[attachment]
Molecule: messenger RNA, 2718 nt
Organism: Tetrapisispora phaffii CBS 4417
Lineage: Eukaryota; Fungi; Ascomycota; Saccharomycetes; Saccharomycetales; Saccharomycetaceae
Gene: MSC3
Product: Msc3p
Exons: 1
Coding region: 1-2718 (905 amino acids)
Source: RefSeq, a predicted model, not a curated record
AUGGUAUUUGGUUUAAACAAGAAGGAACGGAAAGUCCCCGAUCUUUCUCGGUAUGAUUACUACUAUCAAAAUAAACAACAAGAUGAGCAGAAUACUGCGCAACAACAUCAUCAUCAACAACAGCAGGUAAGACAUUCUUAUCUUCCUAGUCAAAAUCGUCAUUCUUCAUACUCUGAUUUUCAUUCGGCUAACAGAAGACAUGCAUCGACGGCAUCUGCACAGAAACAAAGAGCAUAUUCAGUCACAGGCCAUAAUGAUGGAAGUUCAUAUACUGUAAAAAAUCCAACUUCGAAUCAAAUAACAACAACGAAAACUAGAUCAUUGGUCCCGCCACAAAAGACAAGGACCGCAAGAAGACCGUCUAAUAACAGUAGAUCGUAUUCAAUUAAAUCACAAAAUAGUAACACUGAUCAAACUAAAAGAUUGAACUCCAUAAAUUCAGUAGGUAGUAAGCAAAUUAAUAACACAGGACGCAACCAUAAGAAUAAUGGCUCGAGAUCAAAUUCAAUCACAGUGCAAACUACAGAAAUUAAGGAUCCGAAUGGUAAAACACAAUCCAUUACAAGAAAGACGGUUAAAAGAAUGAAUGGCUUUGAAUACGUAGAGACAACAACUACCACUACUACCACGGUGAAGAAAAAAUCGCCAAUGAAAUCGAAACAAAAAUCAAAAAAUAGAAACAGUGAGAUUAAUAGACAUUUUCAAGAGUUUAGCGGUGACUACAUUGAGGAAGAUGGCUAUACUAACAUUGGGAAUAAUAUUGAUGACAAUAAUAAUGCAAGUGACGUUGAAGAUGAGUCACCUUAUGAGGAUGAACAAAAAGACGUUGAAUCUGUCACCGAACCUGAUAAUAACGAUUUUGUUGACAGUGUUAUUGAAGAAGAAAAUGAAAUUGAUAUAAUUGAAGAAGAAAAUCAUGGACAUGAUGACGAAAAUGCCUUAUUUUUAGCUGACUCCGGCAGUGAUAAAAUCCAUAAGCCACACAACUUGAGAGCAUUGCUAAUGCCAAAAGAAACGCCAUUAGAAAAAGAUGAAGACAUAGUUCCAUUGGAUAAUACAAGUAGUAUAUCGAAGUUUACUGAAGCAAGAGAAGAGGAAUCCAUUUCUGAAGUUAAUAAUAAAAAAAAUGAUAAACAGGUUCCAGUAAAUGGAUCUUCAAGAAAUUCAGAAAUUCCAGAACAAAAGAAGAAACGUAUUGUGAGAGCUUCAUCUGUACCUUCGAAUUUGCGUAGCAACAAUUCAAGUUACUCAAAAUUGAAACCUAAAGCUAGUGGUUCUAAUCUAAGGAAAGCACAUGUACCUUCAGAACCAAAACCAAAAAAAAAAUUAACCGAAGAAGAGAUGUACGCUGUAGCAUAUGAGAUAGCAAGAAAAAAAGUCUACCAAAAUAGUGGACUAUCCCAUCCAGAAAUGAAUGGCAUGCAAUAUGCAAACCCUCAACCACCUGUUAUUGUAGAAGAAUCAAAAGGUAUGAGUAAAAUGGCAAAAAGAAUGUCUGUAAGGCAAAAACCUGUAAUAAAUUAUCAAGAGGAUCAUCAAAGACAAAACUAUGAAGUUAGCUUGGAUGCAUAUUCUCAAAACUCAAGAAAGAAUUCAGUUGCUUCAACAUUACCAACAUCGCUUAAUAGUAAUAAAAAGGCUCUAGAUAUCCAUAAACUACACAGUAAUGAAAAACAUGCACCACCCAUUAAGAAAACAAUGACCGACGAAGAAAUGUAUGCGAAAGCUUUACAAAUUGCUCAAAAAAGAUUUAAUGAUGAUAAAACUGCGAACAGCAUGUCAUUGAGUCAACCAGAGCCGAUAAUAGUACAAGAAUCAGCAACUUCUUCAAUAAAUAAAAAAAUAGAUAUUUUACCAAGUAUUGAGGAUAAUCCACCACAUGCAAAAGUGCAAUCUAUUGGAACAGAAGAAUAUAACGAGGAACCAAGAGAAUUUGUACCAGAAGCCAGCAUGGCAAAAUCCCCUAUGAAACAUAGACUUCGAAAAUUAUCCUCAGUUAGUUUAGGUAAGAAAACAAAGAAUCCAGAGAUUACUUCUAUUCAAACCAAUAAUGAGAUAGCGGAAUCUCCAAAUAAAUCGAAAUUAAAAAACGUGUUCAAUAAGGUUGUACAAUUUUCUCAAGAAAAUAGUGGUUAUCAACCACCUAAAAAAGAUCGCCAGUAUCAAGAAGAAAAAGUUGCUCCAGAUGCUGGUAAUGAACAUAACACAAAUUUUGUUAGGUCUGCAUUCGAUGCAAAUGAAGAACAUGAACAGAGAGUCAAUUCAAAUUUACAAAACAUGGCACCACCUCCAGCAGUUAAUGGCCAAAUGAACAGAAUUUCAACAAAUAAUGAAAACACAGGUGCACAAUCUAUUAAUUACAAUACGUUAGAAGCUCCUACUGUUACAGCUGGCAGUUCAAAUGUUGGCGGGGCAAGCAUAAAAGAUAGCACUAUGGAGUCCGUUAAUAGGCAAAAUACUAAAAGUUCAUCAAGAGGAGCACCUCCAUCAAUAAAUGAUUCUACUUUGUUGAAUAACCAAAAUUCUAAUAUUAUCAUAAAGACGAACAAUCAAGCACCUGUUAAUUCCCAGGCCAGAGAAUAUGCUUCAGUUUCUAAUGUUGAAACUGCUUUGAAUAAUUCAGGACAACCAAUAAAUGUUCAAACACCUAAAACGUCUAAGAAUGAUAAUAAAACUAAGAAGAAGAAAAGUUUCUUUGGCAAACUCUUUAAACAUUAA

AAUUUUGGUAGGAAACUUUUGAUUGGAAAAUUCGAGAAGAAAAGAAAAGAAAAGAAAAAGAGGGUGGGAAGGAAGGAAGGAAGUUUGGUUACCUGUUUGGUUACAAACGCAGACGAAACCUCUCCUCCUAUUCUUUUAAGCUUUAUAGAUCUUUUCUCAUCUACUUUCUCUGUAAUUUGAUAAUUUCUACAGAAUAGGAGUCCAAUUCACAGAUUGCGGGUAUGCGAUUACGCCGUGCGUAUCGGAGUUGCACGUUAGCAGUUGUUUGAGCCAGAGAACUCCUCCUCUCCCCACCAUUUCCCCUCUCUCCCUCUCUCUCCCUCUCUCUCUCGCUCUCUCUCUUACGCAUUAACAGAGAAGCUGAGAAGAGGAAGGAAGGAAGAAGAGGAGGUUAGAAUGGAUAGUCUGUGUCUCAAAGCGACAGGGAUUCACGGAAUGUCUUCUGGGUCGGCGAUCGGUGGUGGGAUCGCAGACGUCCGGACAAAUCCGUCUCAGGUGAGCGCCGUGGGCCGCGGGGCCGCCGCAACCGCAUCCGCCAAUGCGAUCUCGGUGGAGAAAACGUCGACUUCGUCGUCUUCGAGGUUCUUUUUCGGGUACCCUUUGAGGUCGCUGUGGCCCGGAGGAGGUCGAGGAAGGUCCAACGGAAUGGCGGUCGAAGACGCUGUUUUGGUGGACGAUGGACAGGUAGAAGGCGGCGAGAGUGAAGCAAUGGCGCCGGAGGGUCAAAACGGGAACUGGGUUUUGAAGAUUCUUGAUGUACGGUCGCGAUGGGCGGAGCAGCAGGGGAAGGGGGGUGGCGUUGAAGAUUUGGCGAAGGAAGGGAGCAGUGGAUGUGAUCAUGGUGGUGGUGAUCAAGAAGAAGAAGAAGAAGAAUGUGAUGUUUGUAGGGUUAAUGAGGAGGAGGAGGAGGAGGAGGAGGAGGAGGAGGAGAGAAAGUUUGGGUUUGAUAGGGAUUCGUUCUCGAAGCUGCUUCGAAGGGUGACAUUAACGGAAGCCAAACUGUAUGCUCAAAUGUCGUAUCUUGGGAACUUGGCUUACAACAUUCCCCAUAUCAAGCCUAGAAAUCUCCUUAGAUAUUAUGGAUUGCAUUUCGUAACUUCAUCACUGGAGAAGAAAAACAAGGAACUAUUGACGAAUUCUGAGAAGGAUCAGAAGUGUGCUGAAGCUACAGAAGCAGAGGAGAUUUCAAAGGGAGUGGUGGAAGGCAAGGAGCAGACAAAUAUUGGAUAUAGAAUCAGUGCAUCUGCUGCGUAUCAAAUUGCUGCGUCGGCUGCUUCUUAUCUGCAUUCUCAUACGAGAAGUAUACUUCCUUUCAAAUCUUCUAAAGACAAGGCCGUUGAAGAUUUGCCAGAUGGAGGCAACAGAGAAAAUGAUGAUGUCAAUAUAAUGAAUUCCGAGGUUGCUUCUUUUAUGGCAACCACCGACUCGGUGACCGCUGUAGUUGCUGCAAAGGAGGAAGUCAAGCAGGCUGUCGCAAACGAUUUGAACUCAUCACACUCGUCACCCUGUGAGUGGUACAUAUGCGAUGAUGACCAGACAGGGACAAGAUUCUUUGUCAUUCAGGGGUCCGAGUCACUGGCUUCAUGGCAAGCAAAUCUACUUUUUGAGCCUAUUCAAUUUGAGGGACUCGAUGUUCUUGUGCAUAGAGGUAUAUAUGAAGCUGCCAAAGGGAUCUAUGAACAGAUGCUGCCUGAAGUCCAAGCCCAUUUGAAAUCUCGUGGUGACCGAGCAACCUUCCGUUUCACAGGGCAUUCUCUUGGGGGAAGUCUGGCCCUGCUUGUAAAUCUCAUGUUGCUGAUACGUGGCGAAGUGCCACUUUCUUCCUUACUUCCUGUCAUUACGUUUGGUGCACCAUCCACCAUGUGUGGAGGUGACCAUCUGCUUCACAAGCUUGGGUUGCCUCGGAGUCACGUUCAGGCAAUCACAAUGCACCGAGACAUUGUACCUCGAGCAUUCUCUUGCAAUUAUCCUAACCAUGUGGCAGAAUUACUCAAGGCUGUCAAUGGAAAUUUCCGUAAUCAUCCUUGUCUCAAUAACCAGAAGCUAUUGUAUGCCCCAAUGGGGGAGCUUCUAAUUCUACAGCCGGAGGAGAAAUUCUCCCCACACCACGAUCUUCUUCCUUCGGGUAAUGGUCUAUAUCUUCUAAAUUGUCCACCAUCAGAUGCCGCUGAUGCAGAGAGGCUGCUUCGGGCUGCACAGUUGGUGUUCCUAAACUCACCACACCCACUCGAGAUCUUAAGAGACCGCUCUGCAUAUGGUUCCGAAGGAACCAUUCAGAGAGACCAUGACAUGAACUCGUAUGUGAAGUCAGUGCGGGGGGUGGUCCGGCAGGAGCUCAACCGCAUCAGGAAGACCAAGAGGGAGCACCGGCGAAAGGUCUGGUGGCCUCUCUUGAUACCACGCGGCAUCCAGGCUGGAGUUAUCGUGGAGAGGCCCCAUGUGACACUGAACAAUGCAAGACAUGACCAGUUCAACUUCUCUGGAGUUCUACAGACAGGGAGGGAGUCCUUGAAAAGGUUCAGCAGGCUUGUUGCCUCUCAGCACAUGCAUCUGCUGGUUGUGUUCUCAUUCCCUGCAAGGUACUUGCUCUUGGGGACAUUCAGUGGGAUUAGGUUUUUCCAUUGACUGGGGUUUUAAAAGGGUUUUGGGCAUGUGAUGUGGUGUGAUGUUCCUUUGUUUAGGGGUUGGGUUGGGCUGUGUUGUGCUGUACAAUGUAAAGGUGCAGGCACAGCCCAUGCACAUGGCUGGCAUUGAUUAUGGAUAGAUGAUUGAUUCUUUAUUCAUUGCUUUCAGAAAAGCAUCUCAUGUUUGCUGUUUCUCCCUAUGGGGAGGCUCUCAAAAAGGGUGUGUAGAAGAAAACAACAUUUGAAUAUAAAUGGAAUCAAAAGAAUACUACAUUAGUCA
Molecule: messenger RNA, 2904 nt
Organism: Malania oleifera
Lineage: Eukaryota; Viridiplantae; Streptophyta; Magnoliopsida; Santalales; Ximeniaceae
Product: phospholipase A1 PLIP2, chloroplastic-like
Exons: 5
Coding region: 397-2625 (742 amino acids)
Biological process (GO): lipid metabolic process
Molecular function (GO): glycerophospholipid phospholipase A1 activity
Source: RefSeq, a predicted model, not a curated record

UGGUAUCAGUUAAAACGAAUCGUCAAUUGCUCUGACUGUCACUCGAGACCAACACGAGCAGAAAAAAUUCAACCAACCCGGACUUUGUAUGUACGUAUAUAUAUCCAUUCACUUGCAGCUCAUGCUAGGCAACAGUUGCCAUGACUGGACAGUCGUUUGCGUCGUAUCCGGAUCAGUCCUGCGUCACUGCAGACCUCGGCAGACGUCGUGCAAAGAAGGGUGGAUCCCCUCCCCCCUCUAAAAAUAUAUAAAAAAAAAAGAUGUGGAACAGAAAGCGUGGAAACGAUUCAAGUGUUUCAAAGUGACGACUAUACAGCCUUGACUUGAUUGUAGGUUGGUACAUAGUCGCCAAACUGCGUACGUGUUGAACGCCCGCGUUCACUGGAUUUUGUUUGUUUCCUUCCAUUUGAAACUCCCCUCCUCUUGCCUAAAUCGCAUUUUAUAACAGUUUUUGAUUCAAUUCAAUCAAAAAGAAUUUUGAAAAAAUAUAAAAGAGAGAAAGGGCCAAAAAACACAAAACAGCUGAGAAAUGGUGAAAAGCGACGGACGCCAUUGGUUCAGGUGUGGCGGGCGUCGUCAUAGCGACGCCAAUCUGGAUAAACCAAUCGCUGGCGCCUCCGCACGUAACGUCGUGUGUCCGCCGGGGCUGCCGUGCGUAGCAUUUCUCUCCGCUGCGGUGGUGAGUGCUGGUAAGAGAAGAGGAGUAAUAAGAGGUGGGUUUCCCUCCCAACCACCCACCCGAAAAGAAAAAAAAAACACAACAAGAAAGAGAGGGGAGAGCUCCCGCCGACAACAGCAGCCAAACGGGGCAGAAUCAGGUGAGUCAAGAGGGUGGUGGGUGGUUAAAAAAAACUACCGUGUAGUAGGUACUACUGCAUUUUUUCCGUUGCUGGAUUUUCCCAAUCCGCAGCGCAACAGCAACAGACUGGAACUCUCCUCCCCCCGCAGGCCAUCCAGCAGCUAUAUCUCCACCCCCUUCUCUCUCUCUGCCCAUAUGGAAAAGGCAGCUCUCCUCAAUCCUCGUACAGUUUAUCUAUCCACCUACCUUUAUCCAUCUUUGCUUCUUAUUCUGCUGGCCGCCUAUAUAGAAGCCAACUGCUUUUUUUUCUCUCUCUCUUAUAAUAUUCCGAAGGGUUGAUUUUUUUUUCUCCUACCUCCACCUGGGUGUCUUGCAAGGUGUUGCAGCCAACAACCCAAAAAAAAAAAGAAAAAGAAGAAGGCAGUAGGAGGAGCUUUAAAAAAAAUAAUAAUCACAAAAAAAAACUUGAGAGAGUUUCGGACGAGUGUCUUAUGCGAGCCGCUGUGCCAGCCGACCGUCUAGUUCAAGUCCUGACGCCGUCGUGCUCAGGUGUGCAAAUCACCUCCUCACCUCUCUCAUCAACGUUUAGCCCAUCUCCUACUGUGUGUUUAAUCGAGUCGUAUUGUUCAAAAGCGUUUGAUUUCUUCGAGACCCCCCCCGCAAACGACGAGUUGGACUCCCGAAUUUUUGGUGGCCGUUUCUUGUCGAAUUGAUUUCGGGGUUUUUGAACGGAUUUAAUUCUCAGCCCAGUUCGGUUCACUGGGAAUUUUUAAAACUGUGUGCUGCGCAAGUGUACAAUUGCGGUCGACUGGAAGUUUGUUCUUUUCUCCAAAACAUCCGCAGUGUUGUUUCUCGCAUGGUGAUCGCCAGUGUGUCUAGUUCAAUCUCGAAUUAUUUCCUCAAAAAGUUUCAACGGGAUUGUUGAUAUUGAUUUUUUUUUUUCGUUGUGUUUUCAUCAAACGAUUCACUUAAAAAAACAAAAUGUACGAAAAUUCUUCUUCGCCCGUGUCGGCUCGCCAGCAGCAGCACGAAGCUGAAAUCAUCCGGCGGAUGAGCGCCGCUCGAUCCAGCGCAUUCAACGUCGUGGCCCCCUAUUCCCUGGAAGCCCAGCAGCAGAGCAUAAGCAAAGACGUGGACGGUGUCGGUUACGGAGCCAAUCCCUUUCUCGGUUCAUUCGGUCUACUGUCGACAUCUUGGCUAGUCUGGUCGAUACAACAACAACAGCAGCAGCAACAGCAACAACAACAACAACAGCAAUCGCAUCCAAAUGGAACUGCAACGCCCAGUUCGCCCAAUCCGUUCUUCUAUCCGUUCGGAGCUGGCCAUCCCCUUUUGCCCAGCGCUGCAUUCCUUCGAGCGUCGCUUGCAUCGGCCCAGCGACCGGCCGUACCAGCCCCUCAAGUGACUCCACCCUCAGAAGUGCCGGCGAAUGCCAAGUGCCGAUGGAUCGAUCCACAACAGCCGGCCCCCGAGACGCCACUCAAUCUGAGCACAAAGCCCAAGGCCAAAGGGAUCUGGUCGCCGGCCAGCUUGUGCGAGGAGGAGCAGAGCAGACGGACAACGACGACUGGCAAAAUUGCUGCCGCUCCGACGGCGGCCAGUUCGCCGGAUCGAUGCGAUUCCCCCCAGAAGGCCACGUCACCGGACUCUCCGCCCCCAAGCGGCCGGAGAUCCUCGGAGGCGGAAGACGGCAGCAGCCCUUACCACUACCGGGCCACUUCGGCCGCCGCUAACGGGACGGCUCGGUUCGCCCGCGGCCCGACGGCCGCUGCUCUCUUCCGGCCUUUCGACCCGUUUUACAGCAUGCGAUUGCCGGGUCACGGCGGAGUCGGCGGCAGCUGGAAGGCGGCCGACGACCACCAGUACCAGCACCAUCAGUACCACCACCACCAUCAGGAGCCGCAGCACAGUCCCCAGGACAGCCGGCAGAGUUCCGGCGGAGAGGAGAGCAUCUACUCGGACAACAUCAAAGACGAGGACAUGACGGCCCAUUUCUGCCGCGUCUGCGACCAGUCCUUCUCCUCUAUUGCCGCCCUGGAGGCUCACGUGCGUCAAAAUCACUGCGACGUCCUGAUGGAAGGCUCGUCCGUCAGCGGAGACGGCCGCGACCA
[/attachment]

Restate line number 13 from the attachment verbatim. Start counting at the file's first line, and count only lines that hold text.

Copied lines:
Lineage: Eukaryota; Viridiplantae; Streptophyta; Magnoliopsida; Santalales; Ximeniaceae